During the first century AD, as the Roman Empire was reaching its zenith of power and territorial extent, a small number of Christian travelling missionaries were gaining converts for the new religion around the Mediterranean.

Saint Paul the Apostle, himself a Jewish convert to Christianity, made two evangelical tours around the eastern Mediterranean, and brought Christianity to Macedonia during his second tour around 49-51 AD. It was during this visit to the European mainland that he preached in Veria and found a very receptive audience.

A grand outdoor marble and mosaic monument to his visit has been built on the Víma, the square where he is thought to have preached, at the edge of the modern town (gallery pages 1-4).

One of the main mosaics depicts Paul's "Macedonian vision" (gallery page 2), a scene found in many churches in Macedonia.


national Greek flag at My Favourite Planet
Vergina Sun, flag symbol of Macedonia, Greece at My Favourite Planet
Veria

photo gallery

 
The Saint Paul monument, Veria, Macedonia, Greece at My Favourite Planet

Saint Paul monument
The Medressa Mosque, Veria, Macedonia, Greece at My Favourite Planet

Medressa Mosque
The Orta Mosque, Veria, Macedonia, Greece at My Favourite Planet

Orta Mosque
Sinan Tuzci Hamam, Veria, Macedonia, Greece at My Favourite Planet

Sinan Tuzci Hamam
General views of Veria, Macedonia, Greece at My Favourite Planet

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History
of Veria
Saint Paul's Macedonian Vision
According to the Book of Acts in the Bible's New Testament, while in Troas (Troy) in northwestern Asia Minor, during his second evangelical tour, around 49-51 AD, Paul had a vision in which a "a man of Macedonia" asked him to go there to help the people. He interpreted this vision as a call to preach the Gospel in Macedonia.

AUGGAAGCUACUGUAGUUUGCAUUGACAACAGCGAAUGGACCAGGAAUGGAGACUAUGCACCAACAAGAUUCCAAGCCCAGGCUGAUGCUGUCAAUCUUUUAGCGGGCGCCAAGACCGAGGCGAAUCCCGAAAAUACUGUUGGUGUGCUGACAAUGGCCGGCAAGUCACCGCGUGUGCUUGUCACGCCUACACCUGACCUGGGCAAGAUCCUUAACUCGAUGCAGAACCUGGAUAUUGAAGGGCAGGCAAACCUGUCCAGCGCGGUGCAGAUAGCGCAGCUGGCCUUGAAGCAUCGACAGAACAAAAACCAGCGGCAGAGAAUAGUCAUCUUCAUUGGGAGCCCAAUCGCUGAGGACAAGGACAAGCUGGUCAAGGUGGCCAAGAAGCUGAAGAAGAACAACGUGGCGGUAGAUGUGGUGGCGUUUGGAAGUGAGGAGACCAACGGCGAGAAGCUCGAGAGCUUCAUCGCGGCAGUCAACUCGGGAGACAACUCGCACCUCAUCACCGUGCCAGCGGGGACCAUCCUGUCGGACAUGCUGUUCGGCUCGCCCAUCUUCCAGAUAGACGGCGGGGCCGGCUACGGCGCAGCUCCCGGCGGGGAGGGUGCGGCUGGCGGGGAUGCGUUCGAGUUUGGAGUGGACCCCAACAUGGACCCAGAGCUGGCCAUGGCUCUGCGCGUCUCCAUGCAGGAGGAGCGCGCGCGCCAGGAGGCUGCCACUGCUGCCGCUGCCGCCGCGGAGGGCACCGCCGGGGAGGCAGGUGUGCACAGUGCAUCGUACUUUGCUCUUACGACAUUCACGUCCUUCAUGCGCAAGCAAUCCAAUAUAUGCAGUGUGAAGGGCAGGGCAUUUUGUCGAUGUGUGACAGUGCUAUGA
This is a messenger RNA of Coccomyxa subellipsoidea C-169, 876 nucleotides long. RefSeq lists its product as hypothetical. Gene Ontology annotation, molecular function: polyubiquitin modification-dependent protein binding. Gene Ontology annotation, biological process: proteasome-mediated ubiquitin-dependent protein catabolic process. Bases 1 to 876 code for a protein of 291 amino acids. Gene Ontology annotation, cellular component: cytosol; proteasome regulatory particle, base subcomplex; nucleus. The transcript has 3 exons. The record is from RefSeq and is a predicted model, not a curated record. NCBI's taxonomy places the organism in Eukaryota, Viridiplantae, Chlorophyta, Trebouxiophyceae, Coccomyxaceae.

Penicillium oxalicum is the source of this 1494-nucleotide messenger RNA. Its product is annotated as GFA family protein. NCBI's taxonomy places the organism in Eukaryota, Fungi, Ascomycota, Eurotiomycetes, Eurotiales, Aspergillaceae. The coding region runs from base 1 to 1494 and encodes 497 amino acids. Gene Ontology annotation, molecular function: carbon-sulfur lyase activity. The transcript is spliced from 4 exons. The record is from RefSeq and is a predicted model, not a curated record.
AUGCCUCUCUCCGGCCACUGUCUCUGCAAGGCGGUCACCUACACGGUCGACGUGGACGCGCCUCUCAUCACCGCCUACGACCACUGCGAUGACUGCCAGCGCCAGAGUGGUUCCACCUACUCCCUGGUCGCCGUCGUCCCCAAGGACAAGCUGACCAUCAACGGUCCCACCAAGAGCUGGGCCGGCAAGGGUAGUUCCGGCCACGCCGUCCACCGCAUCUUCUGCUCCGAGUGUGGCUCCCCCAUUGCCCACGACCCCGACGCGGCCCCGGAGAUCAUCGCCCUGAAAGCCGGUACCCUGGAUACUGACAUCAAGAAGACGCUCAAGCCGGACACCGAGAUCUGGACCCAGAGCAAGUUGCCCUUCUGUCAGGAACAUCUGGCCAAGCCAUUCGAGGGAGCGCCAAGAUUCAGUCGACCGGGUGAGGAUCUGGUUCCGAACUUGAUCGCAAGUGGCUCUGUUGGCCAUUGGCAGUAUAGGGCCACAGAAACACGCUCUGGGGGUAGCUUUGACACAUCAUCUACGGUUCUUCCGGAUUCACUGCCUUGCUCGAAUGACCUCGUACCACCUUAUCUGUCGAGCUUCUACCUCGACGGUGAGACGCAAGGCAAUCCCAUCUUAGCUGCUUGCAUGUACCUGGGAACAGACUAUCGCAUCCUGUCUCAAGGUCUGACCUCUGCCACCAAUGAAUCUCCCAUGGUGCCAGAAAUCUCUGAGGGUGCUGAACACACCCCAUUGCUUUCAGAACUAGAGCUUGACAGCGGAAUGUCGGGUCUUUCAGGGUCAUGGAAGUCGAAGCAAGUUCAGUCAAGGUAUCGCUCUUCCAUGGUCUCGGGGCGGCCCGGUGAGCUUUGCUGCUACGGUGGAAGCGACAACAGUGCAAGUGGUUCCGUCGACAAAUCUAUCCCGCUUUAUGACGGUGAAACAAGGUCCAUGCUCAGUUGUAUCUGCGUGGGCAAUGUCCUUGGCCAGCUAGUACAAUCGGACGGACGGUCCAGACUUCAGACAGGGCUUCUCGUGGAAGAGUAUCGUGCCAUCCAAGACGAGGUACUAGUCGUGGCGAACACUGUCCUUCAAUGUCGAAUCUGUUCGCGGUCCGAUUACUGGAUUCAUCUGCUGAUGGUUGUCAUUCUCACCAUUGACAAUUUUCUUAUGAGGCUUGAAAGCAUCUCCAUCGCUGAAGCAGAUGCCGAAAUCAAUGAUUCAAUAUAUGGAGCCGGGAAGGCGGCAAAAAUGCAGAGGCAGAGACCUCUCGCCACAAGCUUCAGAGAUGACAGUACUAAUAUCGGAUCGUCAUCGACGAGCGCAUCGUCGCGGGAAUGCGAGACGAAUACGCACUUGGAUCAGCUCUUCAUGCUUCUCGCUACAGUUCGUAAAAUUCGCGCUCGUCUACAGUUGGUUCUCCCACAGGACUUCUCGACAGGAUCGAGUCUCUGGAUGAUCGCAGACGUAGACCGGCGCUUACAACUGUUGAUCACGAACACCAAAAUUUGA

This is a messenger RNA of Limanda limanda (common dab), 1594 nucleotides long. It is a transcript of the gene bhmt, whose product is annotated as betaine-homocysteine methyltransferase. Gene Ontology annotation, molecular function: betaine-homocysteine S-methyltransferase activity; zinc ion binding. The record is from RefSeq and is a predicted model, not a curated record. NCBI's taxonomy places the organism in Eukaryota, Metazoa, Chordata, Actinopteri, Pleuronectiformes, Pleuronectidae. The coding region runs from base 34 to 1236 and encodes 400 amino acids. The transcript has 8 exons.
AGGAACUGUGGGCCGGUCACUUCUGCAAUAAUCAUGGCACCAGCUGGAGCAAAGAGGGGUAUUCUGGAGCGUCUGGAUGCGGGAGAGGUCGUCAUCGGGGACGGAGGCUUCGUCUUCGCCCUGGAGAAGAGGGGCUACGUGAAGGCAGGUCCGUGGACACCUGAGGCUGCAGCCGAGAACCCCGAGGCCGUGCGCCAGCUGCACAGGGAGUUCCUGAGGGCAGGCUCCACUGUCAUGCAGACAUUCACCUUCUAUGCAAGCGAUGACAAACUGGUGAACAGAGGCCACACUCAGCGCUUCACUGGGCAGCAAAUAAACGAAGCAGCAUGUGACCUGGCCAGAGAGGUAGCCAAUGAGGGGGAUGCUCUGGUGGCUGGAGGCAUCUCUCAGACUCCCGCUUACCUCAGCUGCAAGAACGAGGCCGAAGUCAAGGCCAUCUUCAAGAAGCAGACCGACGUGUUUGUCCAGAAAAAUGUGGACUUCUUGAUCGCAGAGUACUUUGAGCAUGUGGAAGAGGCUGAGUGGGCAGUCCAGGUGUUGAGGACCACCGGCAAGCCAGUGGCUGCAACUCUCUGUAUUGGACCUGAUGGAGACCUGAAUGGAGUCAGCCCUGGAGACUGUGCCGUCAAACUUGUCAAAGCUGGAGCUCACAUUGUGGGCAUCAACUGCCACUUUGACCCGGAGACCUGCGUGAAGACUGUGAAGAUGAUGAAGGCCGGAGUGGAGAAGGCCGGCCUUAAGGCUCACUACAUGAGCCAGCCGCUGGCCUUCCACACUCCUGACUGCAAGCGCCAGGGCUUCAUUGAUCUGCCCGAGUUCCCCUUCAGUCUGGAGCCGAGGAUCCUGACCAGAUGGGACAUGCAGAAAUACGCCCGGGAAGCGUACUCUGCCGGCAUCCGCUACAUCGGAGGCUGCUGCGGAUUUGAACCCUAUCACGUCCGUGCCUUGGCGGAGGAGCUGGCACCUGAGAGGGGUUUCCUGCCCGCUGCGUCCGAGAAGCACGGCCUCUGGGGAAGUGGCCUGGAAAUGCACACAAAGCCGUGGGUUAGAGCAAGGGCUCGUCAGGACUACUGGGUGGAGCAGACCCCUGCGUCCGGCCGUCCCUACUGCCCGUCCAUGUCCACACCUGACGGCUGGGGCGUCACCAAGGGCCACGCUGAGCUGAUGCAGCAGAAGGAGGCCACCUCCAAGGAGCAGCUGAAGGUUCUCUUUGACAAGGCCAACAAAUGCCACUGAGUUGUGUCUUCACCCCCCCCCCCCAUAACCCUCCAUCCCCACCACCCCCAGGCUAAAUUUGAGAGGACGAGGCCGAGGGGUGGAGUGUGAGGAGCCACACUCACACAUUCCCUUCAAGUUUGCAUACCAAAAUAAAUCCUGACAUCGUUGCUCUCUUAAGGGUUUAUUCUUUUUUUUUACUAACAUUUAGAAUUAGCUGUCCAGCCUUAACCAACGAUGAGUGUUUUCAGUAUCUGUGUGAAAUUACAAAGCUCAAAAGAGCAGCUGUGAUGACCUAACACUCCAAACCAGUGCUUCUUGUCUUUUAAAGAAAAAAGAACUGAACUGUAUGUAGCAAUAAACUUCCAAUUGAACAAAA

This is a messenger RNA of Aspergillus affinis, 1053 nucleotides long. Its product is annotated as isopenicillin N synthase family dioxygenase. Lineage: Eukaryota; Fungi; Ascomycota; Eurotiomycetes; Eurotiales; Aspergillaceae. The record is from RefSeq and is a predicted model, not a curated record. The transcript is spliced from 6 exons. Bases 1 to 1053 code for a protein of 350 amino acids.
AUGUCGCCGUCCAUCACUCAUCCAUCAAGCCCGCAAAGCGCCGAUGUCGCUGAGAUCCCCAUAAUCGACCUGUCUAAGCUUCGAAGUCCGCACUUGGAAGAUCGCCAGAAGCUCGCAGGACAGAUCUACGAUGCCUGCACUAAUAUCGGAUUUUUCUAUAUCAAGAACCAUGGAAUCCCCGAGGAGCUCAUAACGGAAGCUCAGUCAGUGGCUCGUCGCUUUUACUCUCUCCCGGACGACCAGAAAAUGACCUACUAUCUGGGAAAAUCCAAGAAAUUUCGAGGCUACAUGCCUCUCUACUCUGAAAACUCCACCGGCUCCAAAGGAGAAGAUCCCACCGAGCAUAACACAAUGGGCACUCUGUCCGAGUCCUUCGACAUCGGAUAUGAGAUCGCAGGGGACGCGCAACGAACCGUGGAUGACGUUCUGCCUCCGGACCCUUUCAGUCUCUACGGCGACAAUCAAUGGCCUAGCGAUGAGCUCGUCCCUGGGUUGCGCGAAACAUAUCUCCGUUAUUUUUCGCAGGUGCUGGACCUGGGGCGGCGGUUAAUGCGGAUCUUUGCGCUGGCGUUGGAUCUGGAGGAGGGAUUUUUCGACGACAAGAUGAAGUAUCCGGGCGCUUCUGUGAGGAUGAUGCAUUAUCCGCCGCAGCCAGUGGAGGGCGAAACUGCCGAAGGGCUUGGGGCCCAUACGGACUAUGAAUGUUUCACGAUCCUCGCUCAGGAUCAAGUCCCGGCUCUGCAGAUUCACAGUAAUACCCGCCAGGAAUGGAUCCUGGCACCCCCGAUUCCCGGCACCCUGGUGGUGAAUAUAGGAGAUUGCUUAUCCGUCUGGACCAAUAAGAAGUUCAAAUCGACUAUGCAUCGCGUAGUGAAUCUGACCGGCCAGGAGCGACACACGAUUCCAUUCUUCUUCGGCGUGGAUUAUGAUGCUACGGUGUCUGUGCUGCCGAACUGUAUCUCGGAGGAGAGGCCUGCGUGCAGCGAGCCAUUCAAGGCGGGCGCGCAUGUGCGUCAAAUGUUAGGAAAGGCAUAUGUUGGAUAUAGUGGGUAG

Paul was joined on his mission by Silas and Timothy. They set off by ship for Neapolis (modern Kavala), stopping overnight on the North Aegean island of Samothraki before proceeding to Philippi.

Book of Acts chapter 16, verses 8-12

8. and passing by Mysia, they came down to Troas.
9. A vision appeared to Paul in the night: a man of Macedonia was standing and appealing to him, and saying, "Come over to Macedonia and help us".

10. When he had seen the vision, immediately we sought to go into Macedonia, concluding that God had called us to preach the gospel to them.

11. So putting out to sea from Troas, we ran a straight course to Samothrace, and on the day following to Neapolis

12. and from there to Philippi, which is a leading city of the district of Macedonia, a Roman colony; and we were staying in this city for some days.


Paul eventually went to Thessalonika where he met with opposition to his work from the local jews. So he and Silas moved on to Veria where they received much warmer response. However, their Thessalonian detractors arrived to stir up trouble, forcing Paul to leave for Athens.

Book of Acts chapter 17, verses 10, 11, 13

10. The brethren immediately sent Paul and Silas away by night to Berea, and when they arrived, they went into the synagogue of the Jews.

11. Now these were more noble-minded than those in Thessalonica, for they received the word with great eagerness, examining the Scriptures daily to see whether these things were so.